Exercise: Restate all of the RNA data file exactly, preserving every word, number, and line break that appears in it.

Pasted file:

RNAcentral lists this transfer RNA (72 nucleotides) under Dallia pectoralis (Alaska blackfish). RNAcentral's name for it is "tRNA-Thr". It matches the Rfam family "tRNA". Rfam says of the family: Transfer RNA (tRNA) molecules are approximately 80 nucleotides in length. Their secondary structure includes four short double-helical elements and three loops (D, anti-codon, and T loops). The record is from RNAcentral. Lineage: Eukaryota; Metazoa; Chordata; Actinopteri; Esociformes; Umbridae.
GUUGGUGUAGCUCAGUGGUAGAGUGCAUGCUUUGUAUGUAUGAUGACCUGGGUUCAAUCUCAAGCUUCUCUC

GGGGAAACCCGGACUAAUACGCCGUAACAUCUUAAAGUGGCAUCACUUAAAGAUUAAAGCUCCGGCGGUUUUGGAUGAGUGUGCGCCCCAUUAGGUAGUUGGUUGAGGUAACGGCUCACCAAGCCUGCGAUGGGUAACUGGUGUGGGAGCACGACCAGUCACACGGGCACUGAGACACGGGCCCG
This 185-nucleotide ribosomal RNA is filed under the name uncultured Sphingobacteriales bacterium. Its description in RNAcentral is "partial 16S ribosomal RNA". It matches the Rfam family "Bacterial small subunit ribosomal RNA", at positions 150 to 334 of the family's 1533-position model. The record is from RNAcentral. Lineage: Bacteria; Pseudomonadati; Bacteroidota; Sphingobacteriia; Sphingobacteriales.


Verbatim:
RNAcentral lists this transfer RNA (72 nucleotides) under Dallia pectoralis (Alaska blackfish). RNAcentral's name for it is "tRNA-Thr". It matches the Rfam family "tRNA". Rfam says of the family: Transfer RNA (tRNA) molecules are approximately 80 nucleotides in length. Their secondary structure includes four short double-helical elements and three loops (D, anti-codon, and T loops). The record is from RNAcentral. Lineage: Eukaryota; Metazoa; Chordata; Actinopteri; Esociformes; Umbridae.
GUUGGUGUAGCUCAGUGGUAGAGUGCAUGCUUUGUAUGUAUGAUGACCUGGGUUCAAUCUCAAGCUUCUCUC

GGGGAAACCCGGACUAAUACGCCGUAACAUCUUAAAGUGGCAUCACUUAAAGAUUAAAGCUCCGGCGGUUUUGGAUGAGUGUGCGCCCCAUUAGGUAGUUGGUUGAGGUAACGGCUCACCAAGCCUGCGAUGGGUAACUGGUGUGGGAGCACGACCAGUCACACGGGCACUGAGACACGGGCCCG
This 185-nucleotide ribosomal RNA is filed under the name uncultured Sphingobacteriales bacterium. Its description in RNAcentral is "partial 16S ribosomal RNA". It matches the Rfam family "Bacterial small subunit ribosomal RNA", at positions 150 to 334 of the family's 1533-position model. The record is from RNAcentral. Lineage: Bacteria; Pseudomonadati; Bacteroidota; Sphingobacteriia; Sphingobacteriales.